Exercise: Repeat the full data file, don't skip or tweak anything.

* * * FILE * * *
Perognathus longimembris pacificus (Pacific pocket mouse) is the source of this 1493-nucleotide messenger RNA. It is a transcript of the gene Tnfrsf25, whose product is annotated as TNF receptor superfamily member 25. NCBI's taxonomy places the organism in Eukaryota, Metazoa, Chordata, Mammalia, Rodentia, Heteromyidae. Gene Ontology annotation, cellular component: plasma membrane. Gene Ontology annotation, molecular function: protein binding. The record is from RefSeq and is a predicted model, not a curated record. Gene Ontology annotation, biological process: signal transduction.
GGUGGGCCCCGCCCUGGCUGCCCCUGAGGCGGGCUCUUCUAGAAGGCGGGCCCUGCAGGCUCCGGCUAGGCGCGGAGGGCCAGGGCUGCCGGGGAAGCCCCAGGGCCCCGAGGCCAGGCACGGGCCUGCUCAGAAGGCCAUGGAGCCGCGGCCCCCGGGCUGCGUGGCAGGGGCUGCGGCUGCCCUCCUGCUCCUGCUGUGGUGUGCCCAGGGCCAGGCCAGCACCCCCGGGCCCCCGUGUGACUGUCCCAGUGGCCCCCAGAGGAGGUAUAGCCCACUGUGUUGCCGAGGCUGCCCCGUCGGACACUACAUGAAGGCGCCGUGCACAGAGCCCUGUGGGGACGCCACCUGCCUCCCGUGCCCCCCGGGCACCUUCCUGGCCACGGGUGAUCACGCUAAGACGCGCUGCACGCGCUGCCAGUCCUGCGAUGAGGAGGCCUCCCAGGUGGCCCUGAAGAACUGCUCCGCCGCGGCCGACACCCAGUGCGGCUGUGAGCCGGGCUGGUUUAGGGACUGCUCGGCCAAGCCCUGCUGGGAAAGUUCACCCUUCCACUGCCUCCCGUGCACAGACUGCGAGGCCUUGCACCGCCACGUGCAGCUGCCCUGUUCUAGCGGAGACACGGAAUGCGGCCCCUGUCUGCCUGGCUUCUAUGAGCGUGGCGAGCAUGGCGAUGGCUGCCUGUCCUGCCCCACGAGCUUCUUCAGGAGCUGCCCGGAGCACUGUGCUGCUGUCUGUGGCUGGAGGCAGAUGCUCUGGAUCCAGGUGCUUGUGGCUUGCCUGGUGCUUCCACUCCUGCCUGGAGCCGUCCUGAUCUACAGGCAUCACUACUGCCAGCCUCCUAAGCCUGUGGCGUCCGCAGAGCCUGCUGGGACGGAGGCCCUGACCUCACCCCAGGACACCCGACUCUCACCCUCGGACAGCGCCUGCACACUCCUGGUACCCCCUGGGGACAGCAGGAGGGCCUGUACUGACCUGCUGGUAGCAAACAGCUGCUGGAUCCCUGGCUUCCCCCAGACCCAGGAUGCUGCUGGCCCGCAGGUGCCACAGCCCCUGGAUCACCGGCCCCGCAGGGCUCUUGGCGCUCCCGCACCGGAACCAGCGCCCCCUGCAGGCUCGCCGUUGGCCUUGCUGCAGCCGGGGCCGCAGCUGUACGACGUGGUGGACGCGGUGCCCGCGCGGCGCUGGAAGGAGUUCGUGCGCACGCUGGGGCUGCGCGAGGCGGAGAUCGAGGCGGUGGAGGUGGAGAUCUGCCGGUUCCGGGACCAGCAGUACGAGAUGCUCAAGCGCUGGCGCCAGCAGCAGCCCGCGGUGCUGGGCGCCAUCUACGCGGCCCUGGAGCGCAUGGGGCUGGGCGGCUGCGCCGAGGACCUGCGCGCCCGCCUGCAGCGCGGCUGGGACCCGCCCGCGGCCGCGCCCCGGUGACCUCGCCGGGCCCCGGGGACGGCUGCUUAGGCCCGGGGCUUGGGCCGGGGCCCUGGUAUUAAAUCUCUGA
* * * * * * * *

Perognathus longimembris pacificus (Pacific pocket mouse) is the source of this 1493-nucleotide messenger RNA. It is a transcript of the gene Tnfrsf25, whose product is annotated as TNF receptor superfamily member 25. NCBI's taxonomy places the organism in Eukaryota, Metazoa, Chordata, Mammalia, Rodentia, Heteromyidae. Gene Ontology annotation, cellular component: plasma membrane. Gene Ontology annotation, molecular function: protein binding. The record is from RefSeq and is a predicted model, not a curated record. Gene Ontology annotation, biological process: signal transduction.
GGUGGGCCCCGCCCUGGCUGCCCCUGAGGCGGGCUCUUCUAGAAGGCGGGCCCUGCAGGCUCCGGCUAGGCGCGGAGGGCCAGGGCUGCCGGGGAAGCCCCAGGGCCCCGAGGCCAGGCACGGGCCUGCUCAGAAGGCCAUGGAGCCGCGGCCCCCGGGCUGCGUGGCAGGGGCUGCGGCUGCCCUCCUGCUCCUGCUGUGGUGUGCCCAGGGCCAGGCCAGCACCCCCGGGCCCCCGUGUGACUGUCCCAGUGGCCCCCAGAGGAGGUAUAGCCCACUGUGUUGCCGAGGCUGCCCCGUCGGACACUACAUGAAGGCGCCGUGCACAGAGCCCUGUGGGGACGCCACCUGCCUCCCGUGCCCCCCGGGCACCUUCCUGGCCACGGGUGAUCACGCUAAGACGCGCUGCACGCGCUGCCAGUCCUGCGAUGAGGAGGCCUCCCAGGUGGCCCUGAAGAACUGCUCCGCCGCGGCCGACACCCAGUGCGGCUGUGAGCCGGGCUGGUUUAGGGACUGCUCGGCCAAGCCCUGCUGGGAAAGUUCACCCUUCCACUGCCUCCCGUGCACAGACUGCGAGGCCUUGCACCGCCACGUGCAGCUGCCCUGUUCUAGCGGAGACACGGAAUGCGGCCCCUGUCUGCCUGGCUUCUAUGAGCGUGGCGAGCAUGGCGAUGGCUGCCUGUCCUGCCCCACGAGCUUCUUCAGGAGCUGCCCGGAGCACUGUGCUGCUGUCUGUGGCUGGAGGCAGAUGCUCUGGAUCCAGGUGCUUGUGGCUUGCCUGGUGCUUCCACUCCUGCCUGGAGCCGUCCUGAUCUACAGGCAUCACUACUGCCAGCCUCCUAAGCCUGUGGCGUCCGCAGAGCCUGCUGGGACGGAGGCCCUGACCUCACCCCAGGACACCCGACUCUCACCCUCGGACAGCGCCUGCACACUCCUGGUACCCCCUGGGGACAGCAGGAGGGCCUGUACUGACCUGCUGGUAGCAAACAGCUGCUGGAUCCCUGGCUUCCCCCAGACCCAGGAUGCUGCUGGCCCGCAGGUGCCACAGCCCCUGGAUCACCGGCCCCGCAGGGCUCUUGGCGCUCCCGCACCGGAACCAGCGCCCCCUGCAGGCUCGCCGUUGGCCUUGCUGCAGCCGGGGCCGCAGCUGUACGACGUGGUGGACGCGGUGCCCGCGCGGCGCUGGAAGGAGUUCGUGCGCACGCUGGGGCUGCGCGAGGCGGAGAUCGAGGCGGUGGAGGUGGAGAUCUGCCGGUUCCGGGACCAGCAGUACGAGAUGCUCAAGCGCUGGCGCCAGCAGCAGCCCGCGGUGCUGGGCGCCAUCUACGCGGCCCUGGAGCGCAUGGGGCUGGGCGGCUGCGCCGAGGACCUGCGCGCCCGCCUGCAGCGCGGCUGGGACCCGCCCGCGGCCGCGCCCCGGUGACCUCGCCGGGCCCCGGGGACGGCUGCUUAGGCCCGGGGCUUGGGCCGGGGCCCUGGUAUUAAAUCUCUGA